St. Louis County Succeeds Against Homelessness Among Veterans
Vets are housed quickly and supported with services to help them stay that way, officials said.
DULUTH — St. Louis County has effectively ended homelessness among veterans, Gov. Tim Walz announced in Duluth on Thursday.
Citing the speed at which veterans are housed and the services in place to support them, Walz said the model used by St. Louis County and others that have also reached the milestone can apply to other homeless populations.
“This really does embody the best of Minnesota,” he said, doing work together “to give somebody a hand up, especially those who were willing to serve us.”
A network that includes the Minnesota Assistance Council for Veterans, state, county and Minneapolis veterans’ services and emergency shelter staff works to fund housing and services for the county’s unhoused veterans. Courtney Cochran, who coordinates the effort for St. Louis County, said a list of 30 veterans needing homes in 2019 has shrunk to three, and housing for that remaining number is being finalized.
“We know there will always be more,” she said, but Thursday’s declaration means the county is placing veterans in permanent housing on average within three months, and that episodes of homelessness are rare and brief. The county’s average has previously been two years for placement in the Duluth area, and up to a year in its northern reaches.
Supportive housing vouchers for veterans from the U.S. Department of Housing and Urban Development come with the services of a social worker, which has been crucial to ensuring stability.
“We can house people, but if we don’t help them with their life skills, their housing may fail,” said Paul Pederson, a north region case manager for the Minnesota Assistance Council for Veterans. “Are they going to go shopping? Do they know how to cook? … We reteach people how to survive on their own.”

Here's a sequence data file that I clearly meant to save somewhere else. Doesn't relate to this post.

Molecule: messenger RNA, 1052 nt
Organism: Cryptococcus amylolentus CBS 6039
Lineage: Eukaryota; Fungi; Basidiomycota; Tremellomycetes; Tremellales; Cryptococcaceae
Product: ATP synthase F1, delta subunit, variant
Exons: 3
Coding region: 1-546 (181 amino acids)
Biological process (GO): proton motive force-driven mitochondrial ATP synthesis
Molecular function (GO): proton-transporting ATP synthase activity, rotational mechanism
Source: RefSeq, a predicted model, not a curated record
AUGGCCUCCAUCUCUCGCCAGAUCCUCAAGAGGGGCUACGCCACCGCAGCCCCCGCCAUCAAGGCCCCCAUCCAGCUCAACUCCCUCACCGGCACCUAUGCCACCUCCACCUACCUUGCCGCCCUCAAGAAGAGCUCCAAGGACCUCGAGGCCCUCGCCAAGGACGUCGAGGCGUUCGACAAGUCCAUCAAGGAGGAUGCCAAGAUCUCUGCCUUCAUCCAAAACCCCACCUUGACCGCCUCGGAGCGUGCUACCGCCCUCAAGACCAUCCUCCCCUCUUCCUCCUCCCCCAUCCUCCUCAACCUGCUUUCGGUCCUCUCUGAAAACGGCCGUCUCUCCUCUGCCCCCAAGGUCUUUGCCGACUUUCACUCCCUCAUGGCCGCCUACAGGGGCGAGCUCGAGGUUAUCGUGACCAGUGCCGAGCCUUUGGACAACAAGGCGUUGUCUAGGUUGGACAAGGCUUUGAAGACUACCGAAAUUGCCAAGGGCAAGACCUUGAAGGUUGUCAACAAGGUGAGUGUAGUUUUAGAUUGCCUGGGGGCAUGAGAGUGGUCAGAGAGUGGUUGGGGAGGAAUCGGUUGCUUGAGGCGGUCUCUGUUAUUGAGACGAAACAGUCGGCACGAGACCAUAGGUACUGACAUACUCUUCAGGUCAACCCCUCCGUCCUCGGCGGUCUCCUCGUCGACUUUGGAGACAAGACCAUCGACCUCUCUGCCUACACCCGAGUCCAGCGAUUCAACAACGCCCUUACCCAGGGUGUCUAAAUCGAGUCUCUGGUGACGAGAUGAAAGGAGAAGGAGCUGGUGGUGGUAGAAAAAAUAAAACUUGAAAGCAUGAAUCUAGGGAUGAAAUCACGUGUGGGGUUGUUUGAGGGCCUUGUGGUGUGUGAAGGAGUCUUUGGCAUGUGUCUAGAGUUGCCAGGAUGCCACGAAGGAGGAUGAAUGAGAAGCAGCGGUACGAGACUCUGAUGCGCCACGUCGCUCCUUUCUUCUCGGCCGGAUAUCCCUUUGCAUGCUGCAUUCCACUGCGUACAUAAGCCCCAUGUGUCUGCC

Outreach workers find homeless veterans who want help in Duluth’s warming center, at shelters and on the streets, Pederson said, and screen them for needs. There are services even for veterans who weren’t honorably discharged.
St. Louis County Commissioner Paul McDonald said those who still need help can reach out by calling the county’s veterans services office.
“I am particularly appreciative of our team’s effort to ensure we can serve any veteran experiencing homelessness no matter where they are within the large geographic space that is St. Louis County,” he said.
The county, home to 16,000 veterans, is one of the final regions in Minnesota to end veteran homelessness under the parameters laid out by the state.
Cochran said the model is already being applied to other homeless populations, such as youth and families.
“I’ve been involved in housing for more than a decade, and I’ve never gotten to a point where a model has worked so well,” she said.
Jana Hollingsworth writes about the Duluth/Superior region. She joined the Star Tribune